Tagged: Tiny Grimes Article
Hey guys last week I ran into Jim Crockett, publisher and editor of Guitar Player Magazine when the articles were good. As it turns out a friend of mine dropped off a box of old Magazines from the late 60’s early 70’s. I thought I would post columns and interviews regularly. It’s gonna be good discussion. This one is great, I love How Barney tells this guy to go on a diet.
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Hey Tommy, do ya have this one in your stack of GP mags? It would be interesting to check out the George Barnes article.
And this one has Tiny Grimes and Hank Garland.
I think I might man. I’ll go through the stack and take a look
Hey guys. Mike Mc, loaned me a guitar player with a great Tiny Grimes article. The article confirms that Tiny used shapes that could be applied for quite a number of chords. His example doesn’t sound right, the idea is clearly conveyed. I think I’ve figured out a few of his most used chords. I’ll email anyone interested in the article pretty cool.
If you have the article scanned, I would love to see it!
Okay guys i got most of it on genius scan on my phone it will be coming to ya today. I have learned little three note chords have infinite possibilities. I would think that it’s easy but it is really frustrating.
Hey Tommy, Thanks for sending that scan out on email. I never made myself a copy and now I have one. I couldn’t get much on what Tiny was saying about his chord and inversion technique but on the hi 4 strings I’m limited to closed triads then adding accents. After many years playing with the caliber musicians he was with he probably had it down as second nature but he does mention he had to wood shed a lot to keep up. I can see how it would get frustrating trying to figure it out. I was wondering if you have a lesson vid planned in the future on his most used chords. That would be cool. Mike
Part of the confusion on his chords could be a typo. When he mentions using a D9 chord for a F#maj7b5,, that is a typo. The D9 is used for a F#min7b5. This is a very common chord sub shape for that. So the notes that are being played are F#,C,E,A the way Tiny would play just having the top 4 strings of the guitar. Those notes in that order give you the 1,b5,b7,b3 for the F# min, and give you the 3,b7,9,5 in that order for the D9.
Something else that confused me, because I noticed I was misreading it, was when he was talking about the F7 chord and with that he has A, Eb, and F. I first mistook this as him talking about the A, Eb, and F as chord shapes he could use for an F7 chord. The reason being was he just mentioned using the D9 shape for an F#min7b5 right before this statement. So I thought this was just a continuation of that same train of thought. While in racking my brain to try and figure out how in the hell you can use an Eb chord for an F7, I realized that if you make an F7 with a 6th string root and then just look at the notes that are left for Tiny having just the 4 strings those notes are Eb, A, F. He just left out mentioning the C. So if that confused you for the same reason it did me, maybe that will clear that up.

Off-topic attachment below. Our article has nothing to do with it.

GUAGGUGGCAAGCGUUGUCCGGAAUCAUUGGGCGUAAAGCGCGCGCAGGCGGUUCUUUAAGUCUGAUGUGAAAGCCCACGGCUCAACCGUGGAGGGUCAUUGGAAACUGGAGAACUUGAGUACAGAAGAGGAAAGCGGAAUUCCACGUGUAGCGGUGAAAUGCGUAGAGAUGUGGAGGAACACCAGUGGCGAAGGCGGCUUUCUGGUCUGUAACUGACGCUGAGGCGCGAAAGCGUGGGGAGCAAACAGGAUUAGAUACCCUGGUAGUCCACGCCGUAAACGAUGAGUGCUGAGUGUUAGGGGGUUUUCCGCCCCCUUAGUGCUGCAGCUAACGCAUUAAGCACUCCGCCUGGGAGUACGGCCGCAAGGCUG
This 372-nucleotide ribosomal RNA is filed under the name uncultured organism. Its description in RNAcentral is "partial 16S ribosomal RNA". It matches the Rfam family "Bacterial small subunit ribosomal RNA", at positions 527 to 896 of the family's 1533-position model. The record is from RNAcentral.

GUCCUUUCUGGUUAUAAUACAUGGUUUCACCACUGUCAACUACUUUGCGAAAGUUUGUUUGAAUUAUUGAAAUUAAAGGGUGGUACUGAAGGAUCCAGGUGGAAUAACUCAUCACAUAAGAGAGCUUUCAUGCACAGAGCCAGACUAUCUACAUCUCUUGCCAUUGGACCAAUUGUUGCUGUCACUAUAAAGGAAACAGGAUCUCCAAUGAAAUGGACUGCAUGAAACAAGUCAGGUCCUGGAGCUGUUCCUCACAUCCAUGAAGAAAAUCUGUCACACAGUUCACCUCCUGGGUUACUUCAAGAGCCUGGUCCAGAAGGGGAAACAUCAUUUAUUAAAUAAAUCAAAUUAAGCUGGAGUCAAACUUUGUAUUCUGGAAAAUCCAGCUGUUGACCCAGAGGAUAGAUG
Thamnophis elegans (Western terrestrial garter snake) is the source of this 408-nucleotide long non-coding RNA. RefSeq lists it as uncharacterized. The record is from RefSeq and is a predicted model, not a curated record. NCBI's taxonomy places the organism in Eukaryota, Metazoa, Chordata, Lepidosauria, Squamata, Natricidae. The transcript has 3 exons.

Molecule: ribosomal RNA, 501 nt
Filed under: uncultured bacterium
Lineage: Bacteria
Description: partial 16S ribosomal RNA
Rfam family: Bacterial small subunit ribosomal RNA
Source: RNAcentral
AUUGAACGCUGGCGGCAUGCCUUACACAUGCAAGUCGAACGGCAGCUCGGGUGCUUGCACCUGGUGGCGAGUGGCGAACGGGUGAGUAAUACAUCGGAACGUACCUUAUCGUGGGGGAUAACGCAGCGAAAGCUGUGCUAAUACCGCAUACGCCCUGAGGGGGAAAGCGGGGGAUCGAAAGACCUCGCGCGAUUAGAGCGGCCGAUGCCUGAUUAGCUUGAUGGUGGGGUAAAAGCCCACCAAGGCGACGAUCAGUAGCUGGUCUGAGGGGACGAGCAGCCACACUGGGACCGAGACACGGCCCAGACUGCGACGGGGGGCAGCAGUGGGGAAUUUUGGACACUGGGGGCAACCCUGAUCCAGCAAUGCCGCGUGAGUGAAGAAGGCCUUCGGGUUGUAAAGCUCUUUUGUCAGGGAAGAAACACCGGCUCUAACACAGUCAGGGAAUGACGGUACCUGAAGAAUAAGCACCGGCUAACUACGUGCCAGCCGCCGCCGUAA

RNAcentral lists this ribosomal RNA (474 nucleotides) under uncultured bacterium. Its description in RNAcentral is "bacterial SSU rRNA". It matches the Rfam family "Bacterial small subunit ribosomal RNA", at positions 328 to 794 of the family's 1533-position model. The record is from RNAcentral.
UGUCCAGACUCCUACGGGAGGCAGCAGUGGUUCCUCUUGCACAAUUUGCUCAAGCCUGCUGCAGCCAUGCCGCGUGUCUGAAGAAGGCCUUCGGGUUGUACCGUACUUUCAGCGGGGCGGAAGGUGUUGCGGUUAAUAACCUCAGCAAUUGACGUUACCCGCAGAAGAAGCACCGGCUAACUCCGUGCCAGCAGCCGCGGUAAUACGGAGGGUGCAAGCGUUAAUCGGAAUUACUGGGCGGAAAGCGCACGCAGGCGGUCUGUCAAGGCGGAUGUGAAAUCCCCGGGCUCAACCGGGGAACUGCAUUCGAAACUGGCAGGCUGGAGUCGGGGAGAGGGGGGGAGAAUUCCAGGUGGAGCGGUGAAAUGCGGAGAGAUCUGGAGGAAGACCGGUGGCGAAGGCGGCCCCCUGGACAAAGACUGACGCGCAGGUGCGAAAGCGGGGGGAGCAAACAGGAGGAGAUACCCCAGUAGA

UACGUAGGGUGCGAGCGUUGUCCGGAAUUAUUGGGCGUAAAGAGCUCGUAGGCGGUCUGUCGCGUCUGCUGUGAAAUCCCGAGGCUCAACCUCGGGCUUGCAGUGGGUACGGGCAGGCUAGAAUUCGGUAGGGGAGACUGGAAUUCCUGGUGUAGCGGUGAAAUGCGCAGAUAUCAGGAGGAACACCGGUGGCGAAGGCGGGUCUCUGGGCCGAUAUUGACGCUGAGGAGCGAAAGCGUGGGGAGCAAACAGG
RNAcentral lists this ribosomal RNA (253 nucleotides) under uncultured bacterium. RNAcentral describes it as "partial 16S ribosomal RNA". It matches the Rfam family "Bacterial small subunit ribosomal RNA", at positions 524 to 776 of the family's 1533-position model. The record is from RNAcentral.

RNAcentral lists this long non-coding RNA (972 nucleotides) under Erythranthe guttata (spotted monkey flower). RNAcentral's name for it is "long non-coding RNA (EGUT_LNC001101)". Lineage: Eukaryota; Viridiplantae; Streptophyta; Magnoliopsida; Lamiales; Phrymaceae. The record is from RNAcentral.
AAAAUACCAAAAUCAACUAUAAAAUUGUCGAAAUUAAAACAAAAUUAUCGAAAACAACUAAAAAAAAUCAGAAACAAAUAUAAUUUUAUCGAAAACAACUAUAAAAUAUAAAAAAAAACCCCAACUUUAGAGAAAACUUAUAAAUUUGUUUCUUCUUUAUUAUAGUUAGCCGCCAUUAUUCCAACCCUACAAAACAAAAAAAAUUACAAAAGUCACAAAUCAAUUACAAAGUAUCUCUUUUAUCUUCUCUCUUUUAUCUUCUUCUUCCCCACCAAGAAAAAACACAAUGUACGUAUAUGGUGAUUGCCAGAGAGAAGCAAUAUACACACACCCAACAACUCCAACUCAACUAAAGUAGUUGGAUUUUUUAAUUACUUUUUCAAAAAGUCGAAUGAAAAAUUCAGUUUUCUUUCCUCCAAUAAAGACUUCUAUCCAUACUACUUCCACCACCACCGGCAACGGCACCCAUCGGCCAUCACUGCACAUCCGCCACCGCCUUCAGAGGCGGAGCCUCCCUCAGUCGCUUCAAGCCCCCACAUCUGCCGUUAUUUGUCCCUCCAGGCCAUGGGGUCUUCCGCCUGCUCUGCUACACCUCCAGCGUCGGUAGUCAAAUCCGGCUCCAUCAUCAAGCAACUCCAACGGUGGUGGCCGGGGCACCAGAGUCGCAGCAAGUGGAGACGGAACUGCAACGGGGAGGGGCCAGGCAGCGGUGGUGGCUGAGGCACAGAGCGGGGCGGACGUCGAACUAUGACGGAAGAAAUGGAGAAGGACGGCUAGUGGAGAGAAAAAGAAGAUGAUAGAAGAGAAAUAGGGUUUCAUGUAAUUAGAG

Very good article though. I learned a lot of history on Tiny I didn’t know before. Thanks for sending that to us Tommy.
That explains alot. I’m gonna work up a video mike. Funny thing is that even though the chord shapes are easy to execute, stringing them together is a challenge. Way to many options. I think I’ll be using tiny examples, but really see that his ear was his guide.
One thing I found interesting was that he says in 1937 he locked him self away for 3 months with his first 4 string guitar and studied sheet music for ukulele using the chord charts printed above the music. He learned all the songs then went right out and started playing with some big name musicians of the day. By him making that statement I’d have to assume he had a REALLY great ear. Ukulele standard tuning is G C E A.
Tommy and I were nerding out on Tiny grimes the other day and were discussing some 3 note voicings. Tommy was showing me, explaining some ideas he had. This got me doing some experimenting based on some ideas that Tommy triggered in me. This is a quick video breaking down some of the ideas I came across. These are different than what Tommy was showing me, so I figured if Tommy makes a video of his ideas the two videos together may really help jump start some ideas in everyone. I am in no way tying to say that I am in the same level with Tommy as a guitar player, or teacher. I just thought the two ideas together may spark some creativity, or understanding.
Bryan’s video is awesome! That’s all I got to say.
Agreed Tommy. Thanks so much Bryan.
Great video Bryan, many thanks for putting it together.
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